As many other piano players I have a amassed a collection of piano VST's, most of them which I never use and are no good. The notable exception was Garritan CFX which has been my workhorse. Being a fan of the Steinway D sound I was very excited when the VSL Seinway D was released...the specs on paper looked exceptional so I jumped in and got the full version.
The BEST: This is the best sounding piano sample set I have ever heard, of any piano, period. The different mic perspectives and ambience are phenomenal but the quality and character of instrument itself is just gorgeous and the numerous velocity layers capture the dynamics and nuances of the instrument in a way that I have never heard a sample based piano do before. Which is why it pains me to note...
The WORST: Sound is not everything in a piano VST that is meant to be played live with a keyboard(not just sequenced). The simulated instrument should mimic how the real instrument reacts, and this instrument fails, almost as if a gross error or simply no attention was paid to the MIDI velocity -> velocity layer map. As others have noted the instrument mapping is either aggressively biased to the ff side or the velocity layers sampled were very skewed perhaps due to the mapping used for the 'robot'. Now, this would usually not be a problem as every other tool on the face of the earth has velocity curve editors, but that critical feature does not seem to be present in Vienna Ensemble, except for the very limited 'MIDI Sensitivity'.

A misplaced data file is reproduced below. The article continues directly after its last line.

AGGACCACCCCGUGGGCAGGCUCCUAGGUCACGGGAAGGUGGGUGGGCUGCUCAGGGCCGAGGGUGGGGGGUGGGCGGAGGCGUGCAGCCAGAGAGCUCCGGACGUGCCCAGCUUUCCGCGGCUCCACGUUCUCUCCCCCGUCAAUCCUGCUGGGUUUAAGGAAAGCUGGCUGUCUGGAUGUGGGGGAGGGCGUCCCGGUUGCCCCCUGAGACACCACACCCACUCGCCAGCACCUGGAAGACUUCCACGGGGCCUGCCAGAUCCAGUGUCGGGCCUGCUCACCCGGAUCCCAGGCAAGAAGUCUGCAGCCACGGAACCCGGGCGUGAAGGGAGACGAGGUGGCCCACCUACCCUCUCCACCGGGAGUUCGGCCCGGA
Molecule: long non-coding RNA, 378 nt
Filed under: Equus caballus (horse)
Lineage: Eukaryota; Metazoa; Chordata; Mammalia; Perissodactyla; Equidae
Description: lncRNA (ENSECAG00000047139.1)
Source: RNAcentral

Can anyone suggest a workaround to this problem? I use a Kawai Novus NV-10 which has limited control over velocity curves, however this has not been a problem with other VST's like Garritan and the limited control is plenty to make any adjustments. With the VSL Steinway it seems the adjustment needs to be pretty significant and non-linear.